Track Layouts from Anthony New is aimed at the builder of larger layouts. Its also a great read for fans of the ex GWR as around 60% of the book is devoted to layout designs based around GWR prototypes. As Anthony says, with the abundance of high-quality, high-detail models that are now available, attention is turning to more realistic layout design and operation. Therefore this is not a book for someone who wants to quickly create their first train set oval of track – but is accessible and a great read for anyone who wants to put some thought into their layout design.
While many of the station plans are based on GWR prototypes, The other regions are not left out – there are plans for layouts based on Glasgow St. Enoch, Leeds Central, Kings Cross and the Lickey Incline. For GWR fans there are many usable layout plans of stations like Penzance, Truro, St.Ives, Bristol and even Calne is great. Note that these plans probably need to be re-created in a CAD program to ensure all the trackwork will fit as suggested, and most plans require flexible track and none-setrack points.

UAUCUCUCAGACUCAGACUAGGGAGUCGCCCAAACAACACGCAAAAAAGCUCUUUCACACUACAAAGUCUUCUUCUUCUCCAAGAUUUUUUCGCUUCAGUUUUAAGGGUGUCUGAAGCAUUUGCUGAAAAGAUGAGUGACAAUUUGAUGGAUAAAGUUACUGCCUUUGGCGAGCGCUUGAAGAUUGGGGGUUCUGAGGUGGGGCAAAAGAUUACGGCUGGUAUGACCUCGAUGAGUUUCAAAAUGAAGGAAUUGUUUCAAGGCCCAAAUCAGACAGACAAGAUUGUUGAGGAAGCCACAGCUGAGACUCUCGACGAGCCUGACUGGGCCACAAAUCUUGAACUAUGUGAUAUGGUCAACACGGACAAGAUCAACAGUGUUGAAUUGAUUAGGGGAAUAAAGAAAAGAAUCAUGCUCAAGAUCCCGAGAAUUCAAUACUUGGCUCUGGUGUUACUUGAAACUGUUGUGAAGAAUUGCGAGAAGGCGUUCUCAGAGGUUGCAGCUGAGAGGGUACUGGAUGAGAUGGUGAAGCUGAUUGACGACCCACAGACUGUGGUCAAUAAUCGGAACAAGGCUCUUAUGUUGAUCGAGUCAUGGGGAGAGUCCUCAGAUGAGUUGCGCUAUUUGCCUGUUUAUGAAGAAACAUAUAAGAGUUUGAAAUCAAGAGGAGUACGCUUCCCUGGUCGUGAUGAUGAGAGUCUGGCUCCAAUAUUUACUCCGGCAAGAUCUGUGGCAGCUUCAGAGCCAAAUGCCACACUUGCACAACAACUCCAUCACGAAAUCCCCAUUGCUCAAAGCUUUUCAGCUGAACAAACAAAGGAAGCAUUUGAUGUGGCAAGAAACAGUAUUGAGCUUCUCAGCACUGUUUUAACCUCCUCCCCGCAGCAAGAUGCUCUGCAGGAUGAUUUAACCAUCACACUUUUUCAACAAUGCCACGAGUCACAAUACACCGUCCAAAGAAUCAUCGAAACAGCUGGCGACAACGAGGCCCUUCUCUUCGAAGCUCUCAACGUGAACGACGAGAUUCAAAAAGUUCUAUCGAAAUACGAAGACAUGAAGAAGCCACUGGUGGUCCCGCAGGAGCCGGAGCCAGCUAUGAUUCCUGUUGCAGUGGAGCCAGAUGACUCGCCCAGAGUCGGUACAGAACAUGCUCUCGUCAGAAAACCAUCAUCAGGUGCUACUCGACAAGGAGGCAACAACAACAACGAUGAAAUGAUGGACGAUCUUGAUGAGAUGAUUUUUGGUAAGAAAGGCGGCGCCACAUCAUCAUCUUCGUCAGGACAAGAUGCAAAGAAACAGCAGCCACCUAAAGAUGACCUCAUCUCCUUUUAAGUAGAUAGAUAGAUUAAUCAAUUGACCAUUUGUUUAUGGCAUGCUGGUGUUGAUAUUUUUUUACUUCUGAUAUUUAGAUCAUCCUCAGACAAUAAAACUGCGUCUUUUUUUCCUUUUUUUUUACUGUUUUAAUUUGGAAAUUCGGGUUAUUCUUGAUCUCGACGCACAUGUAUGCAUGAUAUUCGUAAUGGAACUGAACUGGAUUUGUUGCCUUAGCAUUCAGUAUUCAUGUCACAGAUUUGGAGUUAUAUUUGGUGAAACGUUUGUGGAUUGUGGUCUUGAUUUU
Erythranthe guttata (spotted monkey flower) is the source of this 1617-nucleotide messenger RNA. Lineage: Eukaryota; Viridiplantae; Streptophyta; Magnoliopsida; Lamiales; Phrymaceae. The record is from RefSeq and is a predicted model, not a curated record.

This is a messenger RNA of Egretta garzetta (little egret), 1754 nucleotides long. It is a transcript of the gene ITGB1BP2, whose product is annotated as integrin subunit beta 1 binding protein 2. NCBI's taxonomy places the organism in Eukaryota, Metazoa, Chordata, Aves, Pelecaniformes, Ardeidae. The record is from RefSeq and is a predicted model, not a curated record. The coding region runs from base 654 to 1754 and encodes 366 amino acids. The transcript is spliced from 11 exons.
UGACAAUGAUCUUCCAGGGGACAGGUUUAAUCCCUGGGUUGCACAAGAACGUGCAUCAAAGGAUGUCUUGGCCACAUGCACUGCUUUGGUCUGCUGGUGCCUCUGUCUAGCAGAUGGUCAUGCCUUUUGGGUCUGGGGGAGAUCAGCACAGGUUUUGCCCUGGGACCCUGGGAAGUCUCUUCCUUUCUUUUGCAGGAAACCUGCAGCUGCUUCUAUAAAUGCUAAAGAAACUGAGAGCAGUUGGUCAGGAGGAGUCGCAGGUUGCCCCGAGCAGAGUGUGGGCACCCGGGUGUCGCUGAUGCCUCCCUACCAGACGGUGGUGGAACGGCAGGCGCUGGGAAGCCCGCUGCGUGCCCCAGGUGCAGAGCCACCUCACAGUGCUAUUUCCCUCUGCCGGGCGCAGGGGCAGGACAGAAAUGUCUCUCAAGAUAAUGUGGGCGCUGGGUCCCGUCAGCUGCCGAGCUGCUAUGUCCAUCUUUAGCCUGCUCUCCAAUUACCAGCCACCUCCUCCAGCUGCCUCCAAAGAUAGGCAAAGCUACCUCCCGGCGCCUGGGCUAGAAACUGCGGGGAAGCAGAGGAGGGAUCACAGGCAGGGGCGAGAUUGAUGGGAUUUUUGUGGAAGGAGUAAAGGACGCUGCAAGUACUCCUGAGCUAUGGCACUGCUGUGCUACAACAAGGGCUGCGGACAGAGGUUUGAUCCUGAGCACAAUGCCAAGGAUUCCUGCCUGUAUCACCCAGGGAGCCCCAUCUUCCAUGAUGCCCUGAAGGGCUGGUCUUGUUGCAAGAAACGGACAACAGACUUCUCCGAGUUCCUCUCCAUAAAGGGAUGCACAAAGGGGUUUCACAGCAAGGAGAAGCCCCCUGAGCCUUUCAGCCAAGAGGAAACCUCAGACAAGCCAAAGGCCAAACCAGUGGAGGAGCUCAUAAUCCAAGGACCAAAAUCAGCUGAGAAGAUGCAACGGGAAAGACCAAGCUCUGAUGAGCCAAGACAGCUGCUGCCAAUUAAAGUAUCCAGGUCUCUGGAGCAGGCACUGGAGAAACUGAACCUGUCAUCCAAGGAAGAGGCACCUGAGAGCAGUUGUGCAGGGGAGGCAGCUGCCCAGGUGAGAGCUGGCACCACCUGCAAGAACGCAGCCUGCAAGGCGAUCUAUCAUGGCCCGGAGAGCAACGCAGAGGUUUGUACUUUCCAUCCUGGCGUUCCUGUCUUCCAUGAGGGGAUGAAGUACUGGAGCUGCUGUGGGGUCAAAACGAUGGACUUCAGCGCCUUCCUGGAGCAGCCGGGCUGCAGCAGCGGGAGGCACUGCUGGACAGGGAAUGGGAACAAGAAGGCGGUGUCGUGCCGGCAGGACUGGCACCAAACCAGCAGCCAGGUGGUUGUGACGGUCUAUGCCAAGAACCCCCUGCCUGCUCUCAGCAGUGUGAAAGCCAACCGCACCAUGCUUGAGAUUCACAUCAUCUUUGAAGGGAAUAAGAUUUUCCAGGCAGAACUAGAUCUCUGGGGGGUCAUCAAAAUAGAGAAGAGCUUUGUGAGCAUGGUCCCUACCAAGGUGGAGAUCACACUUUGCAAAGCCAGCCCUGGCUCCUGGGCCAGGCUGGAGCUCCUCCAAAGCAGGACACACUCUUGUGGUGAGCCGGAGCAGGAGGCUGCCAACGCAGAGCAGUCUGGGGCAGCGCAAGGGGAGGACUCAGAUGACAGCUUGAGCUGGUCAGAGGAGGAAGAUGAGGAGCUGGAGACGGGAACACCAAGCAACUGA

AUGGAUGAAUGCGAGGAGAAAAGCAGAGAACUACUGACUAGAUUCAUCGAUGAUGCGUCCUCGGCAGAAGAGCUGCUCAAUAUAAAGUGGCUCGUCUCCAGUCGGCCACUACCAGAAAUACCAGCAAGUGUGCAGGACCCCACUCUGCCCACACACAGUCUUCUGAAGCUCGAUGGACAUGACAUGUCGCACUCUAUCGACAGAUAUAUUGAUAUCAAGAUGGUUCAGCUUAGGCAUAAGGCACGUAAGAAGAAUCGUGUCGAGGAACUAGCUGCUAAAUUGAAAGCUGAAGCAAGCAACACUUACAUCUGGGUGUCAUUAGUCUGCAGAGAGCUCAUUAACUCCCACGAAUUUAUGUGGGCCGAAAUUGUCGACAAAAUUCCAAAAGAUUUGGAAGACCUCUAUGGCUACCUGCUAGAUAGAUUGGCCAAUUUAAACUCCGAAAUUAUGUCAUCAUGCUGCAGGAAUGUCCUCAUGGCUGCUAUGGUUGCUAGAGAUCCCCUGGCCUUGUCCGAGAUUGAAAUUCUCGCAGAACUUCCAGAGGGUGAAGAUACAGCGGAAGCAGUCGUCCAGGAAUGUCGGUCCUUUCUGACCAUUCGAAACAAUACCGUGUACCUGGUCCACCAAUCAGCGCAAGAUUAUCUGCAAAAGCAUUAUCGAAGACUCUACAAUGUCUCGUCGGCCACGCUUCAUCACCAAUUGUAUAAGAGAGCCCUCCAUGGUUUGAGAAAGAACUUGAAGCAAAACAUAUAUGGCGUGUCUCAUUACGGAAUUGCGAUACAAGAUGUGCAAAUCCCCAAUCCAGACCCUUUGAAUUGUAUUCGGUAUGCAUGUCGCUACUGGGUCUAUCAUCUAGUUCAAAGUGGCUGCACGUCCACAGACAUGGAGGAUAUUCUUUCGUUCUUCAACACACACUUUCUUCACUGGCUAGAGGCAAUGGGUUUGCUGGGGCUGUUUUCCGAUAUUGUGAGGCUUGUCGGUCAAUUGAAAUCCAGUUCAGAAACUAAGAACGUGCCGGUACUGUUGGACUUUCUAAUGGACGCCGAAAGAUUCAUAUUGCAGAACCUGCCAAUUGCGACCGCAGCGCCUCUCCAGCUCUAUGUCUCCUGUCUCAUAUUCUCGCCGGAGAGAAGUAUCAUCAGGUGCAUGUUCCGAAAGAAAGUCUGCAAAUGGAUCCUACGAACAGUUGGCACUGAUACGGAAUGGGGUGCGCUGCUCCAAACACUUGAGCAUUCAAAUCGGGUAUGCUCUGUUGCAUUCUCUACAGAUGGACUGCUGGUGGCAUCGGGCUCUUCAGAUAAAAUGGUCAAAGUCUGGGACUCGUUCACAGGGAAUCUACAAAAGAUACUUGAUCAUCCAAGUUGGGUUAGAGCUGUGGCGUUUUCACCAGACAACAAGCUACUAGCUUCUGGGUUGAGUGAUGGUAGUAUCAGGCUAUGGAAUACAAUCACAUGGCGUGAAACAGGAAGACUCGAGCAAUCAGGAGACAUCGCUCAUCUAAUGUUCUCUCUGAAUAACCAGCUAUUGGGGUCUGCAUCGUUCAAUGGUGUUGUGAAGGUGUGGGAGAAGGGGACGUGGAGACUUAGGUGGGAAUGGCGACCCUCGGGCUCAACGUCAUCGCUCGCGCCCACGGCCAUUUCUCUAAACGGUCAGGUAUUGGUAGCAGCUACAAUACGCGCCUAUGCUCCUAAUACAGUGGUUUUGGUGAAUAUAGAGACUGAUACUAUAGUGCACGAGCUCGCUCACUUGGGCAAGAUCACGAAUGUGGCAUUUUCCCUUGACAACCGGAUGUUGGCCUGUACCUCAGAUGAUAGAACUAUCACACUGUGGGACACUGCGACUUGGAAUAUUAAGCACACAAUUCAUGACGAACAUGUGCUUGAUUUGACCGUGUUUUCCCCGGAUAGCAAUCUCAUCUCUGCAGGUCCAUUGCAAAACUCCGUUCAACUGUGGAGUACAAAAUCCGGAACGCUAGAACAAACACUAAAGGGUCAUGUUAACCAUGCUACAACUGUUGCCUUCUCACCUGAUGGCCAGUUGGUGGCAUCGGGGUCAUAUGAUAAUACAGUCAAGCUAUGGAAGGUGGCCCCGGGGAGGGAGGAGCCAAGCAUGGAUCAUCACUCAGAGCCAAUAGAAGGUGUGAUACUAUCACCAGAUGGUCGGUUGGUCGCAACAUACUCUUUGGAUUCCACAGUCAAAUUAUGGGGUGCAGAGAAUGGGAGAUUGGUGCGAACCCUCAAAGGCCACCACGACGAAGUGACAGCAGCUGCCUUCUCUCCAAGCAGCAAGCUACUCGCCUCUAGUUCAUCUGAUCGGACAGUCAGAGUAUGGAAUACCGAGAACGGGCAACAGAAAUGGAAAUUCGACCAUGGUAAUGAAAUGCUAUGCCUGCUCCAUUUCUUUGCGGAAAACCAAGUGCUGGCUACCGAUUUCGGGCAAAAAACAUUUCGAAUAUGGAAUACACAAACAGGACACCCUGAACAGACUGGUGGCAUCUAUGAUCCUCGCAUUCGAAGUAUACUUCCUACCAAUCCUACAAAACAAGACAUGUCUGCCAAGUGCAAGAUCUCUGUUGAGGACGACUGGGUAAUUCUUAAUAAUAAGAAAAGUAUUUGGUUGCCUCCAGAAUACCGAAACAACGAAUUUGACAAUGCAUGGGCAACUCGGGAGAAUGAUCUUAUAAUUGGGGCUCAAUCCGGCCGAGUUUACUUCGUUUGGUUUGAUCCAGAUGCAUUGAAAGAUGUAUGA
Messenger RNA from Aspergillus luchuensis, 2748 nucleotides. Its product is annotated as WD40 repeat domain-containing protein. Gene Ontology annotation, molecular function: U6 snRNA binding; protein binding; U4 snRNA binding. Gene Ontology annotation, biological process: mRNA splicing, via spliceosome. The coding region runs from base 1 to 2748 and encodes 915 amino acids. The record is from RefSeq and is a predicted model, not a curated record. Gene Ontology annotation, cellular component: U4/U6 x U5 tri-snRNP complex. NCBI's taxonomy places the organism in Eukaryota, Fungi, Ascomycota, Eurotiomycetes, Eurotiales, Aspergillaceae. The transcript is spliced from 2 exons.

The author also explains operational principles behind steam age goods yard and loco shed track layouts, which will benefit those of us too young to have seen the pre-Beeching railways.
Track Layouts is divided into chapters which cover:
– The Country Station
– The Rest of the World (Termini, Through and Junction Stations)
– To The Seaside! (Seaside terminii)
– Watching the Trains Go By (continuous run)
– The Loco Shed
– Modelling the City Scene
– The Goods Yard
– Modelling the Prototype (large multi-station layouts of the SDJR, Weymouth harbour tramway)
Overall, Anthony New has produced a great read, and an excellent reference for layout ideas, particularly if you favour the GWR / Western Region of British Rail(ways).